It is well known that are constrained by several recombination era observables Kusenko (2009); Hernandez et al. (2014); Vincent et al. (2015) and generally are required to decay before BBN, necessitating and consequently MeV in the standard seesaw formalism. The above decay channel , if sufficiently large, can reduce the sterile neutrino lifetime, thus allowing lighter masses to be compatible with BBN. In Fig. 3, the red dashed line shows the scale below which the sterile neutrino decays before BBN. For GeV, even lighter (MeV scale) sterile neutrinos are compatible with the seesaw as well as BBN constraints, in stark contrast to the standard seesaw implications.
Depending on parameters, can decay before or after BBN (see Fig. 1), but its dominant decay channel is , which can be DM. If decay dominantly into , or if thermalizes with , the abundance is comparable to that from relativistic freezeout, which would likely overclose the Universe. Viable regions of parameter space instead involve a small fraction of decaying into , which subsequently decays to . In this case, the heavy sterile neutrinos undergo relativistic freezeout, and their branching ratio into gets converted completely to ; one can thus derive the following approximate relation for to account for the observed DM abundance for GeV:
For instance, keV requires GeV.
Here, DM () is produced from late decays of heavier particles ( and ) and can be warm. Such late production of warm DM can carry interesting cosmological signatures and structure formation implications, but a detailed study lies beyond the scope of this paper.
The most interesting aspect of the hierarchy is that all sterile neutrinos (including the DM candidate ) can decay into . In particular, a new very long-lived DM decay channel exists. Since subsequently decays into two neutrinos, this can provide distinct signatures at neutrino detectors such as IceCube, Borexino, KamLAND, and Super-Kamiokande. Note that, unlike the standard decay channel, this has no gamma ray counterpart.
Another intriguing possibility with this hierarchy is that is extremely long-lived, and if sufficiently light, can contribute measurably to dark radiation at BBN or CMB Chikashige et al. (1980); Garcia-Cely et al. (2013, 2014). Ref. Weinberg (2013) pointed out that a Goldstone that freezes out above 100 MeV contributes to at CMB; this can be matched in the current setup if the sterile neutrino annihilation to is efficient or if sterile neutrinos decay dominantly to . A particularly interesting variation occurs if decays after neutrino decoupling, resulting in a late injection of energetic neutrinos, particularly around the eV era, imparting an additional radiation energy density in the CMB Chacko et al. (2004).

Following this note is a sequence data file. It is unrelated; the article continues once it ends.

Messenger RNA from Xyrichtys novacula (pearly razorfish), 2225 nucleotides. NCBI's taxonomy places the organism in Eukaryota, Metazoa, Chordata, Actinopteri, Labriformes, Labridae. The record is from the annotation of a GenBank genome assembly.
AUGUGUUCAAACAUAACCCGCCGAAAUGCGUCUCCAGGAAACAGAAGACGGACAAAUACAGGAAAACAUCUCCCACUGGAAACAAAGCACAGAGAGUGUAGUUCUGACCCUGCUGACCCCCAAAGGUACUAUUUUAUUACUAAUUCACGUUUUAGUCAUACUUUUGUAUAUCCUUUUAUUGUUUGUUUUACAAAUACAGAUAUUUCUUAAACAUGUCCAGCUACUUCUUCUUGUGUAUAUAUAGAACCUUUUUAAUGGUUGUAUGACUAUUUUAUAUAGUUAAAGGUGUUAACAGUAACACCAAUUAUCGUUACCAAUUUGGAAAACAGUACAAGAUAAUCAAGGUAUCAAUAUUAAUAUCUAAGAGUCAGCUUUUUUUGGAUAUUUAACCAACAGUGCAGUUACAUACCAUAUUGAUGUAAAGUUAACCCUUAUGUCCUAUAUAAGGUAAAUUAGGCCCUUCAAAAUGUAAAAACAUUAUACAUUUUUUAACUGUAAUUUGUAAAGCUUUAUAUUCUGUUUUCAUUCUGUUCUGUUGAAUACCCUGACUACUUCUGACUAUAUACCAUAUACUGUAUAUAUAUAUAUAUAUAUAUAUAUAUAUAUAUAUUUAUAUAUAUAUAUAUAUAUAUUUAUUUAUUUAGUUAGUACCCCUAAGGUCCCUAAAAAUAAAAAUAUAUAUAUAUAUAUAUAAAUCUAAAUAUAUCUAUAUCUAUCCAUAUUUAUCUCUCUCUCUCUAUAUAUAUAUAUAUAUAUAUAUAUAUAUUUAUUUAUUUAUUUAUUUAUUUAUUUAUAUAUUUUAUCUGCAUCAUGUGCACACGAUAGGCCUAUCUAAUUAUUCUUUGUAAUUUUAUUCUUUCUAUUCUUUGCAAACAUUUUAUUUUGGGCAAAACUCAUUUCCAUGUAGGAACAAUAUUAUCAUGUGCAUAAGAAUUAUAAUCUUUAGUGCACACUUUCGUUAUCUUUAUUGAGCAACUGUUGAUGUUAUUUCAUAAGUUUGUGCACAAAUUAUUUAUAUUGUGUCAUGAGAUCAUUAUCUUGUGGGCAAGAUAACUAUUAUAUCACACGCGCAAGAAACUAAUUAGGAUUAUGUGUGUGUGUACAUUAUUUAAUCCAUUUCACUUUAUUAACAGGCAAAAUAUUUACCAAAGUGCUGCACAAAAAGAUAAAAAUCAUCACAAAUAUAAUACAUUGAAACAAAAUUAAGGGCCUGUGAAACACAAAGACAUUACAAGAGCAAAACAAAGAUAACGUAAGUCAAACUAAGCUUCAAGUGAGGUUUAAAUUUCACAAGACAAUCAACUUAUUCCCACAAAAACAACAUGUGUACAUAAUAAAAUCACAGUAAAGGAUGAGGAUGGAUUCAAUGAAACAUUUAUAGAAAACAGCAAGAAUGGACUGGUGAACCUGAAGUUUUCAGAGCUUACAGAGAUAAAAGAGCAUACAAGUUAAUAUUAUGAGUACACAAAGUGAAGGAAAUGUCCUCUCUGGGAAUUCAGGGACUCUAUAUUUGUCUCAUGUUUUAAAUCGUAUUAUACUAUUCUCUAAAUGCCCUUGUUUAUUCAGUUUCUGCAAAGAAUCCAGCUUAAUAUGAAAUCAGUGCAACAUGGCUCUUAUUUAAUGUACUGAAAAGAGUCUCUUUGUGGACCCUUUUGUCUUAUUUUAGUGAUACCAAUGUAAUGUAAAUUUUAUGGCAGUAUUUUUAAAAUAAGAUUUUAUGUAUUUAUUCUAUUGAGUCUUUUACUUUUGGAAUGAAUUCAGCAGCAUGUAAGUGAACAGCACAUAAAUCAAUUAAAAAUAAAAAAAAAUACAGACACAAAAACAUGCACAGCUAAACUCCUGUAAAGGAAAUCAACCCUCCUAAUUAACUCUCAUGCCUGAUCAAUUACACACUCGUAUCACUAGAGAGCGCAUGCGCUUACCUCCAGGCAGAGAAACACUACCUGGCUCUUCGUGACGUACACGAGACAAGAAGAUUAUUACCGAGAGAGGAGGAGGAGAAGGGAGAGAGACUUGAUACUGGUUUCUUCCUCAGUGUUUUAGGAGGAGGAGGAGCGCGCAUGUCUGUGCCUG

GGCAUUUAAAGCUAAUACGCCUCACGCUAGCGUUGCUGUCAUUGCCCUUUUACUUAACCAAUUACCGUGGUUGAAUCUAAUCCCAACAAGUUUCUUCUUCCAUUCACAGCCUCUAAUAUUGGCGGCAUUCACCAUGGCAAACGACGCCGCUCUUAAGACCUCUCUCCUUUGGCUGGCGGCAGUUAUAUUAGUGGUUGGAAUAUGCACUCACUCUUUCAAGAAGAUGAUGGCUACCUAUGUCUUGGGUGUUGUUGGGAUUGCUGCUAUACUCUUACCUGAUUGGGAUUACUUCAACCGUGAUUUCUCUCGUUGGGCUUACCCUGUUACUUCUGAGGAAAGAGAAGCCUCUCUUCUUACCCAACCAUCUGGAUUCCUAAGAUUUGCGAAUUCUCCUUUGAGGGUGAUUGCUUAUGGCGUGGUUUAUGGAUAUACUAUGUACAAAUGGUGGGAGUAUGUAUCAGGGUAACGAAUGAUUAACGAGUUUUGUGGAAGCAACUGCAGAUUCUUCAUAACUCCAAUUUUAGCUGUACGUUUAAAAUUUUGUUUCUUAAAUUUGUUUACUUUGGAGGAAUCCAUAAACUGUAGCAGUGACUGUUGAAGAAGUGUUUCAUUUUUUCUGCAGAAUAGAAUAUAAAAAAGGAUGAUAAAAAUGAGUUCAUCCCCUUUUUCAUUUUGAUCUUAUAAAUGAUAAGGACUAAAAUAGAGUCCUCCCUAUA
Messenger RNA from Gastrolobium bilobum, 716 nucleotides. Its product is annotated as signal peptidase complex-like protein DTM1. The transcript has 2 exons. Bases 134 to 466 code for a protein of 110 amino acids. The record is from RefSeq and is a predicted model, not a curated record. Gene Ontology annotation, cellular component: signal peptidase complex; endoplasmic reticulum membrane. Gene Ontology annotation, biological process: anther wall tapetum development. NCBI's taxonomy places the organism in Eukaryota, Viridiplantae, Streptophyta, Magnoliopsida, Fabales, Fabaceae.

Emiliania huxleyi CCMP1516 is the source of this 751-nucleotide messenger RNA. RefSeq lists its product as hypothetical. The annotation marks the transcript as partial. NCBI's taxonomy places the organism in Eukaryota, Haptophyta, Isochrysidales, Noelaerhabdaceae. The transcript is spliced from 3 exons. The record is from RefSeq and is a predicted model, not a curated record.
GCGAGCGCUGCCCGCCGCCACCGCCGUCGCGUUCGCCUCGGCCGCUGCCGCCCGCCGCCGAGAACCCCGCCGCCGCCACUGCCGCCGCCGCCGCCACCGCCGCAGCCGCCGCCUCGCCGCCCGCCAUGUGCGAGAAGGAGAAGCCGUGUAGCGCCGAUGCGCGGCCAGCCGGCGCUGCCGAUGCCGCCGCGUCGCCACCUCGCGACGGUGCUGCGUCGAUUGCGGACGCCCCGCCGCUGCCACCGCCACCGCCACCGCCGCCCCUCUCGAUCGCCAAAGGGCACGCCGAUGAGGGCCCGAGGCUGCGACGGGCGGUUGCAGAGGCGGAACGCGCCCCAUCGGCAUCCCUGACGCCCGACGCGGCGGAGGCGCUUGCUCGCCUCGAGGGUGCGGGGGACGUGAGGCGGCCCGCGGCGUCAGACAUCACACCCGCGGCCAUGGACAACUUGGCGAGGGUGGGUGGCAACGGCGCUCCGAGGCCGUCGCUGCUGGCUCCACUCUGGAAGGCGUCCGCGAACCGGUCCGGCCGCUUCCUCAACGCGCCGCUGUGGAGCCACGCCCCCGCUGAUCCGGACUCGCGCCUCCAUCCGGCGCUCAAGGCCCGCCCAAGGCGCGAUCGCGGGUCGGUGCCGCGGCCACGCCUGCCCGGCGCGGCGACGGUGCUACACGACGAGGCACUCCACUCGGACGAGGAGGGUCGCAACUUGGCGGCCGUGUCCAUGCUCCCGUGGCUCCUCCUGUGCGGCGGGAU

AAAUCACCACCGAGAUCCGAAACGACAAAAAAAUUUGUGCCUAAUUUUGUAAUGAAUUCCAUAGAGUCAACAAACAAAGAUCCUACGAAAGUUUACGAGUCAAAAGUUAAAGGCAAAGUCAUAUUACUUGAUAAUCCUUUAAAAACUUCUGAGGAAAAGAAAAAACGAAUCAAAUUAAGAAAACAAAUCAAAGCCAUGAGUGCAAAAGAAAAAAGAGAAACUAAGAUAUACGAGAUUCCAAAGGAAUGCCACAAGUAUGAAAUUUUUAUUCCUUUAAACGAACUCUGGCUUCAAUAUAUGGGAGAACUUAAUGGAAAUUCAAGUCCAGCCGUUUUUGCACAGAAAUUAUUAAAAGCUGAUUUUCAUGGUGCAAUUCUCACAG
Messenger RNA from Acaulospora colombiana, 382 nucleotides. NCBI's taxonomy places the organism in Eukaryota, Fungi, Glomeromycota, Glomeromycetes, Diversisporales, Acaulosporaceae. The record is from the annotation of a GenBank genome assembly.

Finally, if is sufficiently long-lived and heavy, it can also account for part or all of DM. The phenomenology in this case is similar to that of the majoron Rothstein et al. (1993); Berezinsky and Valle (1993); Gu et al. (2010); Queiroz and Sinha (2014); Frigerio et al. (2011); Lattanzi et al. (2014); Boucenna et al. (2014); Boulebnane et al. (2017); Heeck and Teresi (2017), with neutrino lines as an interesting signal Garcia-Cely and Heeck (2017).
We studied phenomenological implications of a pseudo-Goldstone boson associated with a spontaneously broken global symmetry in a light (GeV scale) sterile neutrino sector. The presence of sterile neutrinos and at similar mass scales gives rise to many rich possibilities for cosmology, DM, and direct searches. Primary among these are novel sterile neutrino DM production mechanisms from -mediated scattering or decay. can also provide new decay channels for heavy sterile neutrinos, which can alleviate BBN bounds and suppress traditional search channels at direct search experiments, or for DM, which can provide distinct signals at neutrino detectors. Likewise, can contribute measurably to dark radiation at BBN or CMB, inject a late population of SM neutrinos from its late decays, or account for DM.
We have only touched upon various interesting phenomenological possibilities in this framework, and several directions could be worthy of further detailed study. A late decay of into energetic neutrinos could lead to interesting CMB observables. It would also be interesting to study how the presence of affects a proper realization of leptogenesis Asaka et al. (2005); Asaka and Shaposhnikov (2005); Asaka et al. (2007); Josse-Michaux and Molinaro (2011); Gu and Sarkar (2011). Likewise, a more careful study of the flavor structure and mixing angles from the hidden sector interpretation could reveal interesting differences from the canonical seesaw mechanism. We leave these and other intriguing aspects for future work.
Acknowledgements: The authors are supported in part by the DoE under grants DE-SC0007859 and DE-SC0011719. BS acknowledges support from the University of Cincinnati and thanks the CERN and DESY theory groups, where part of this work was conducted, for hospitality. This work was performed in part at the Aspen Center for Physics, which is supported by National Science Foundation grant PHY-1066293.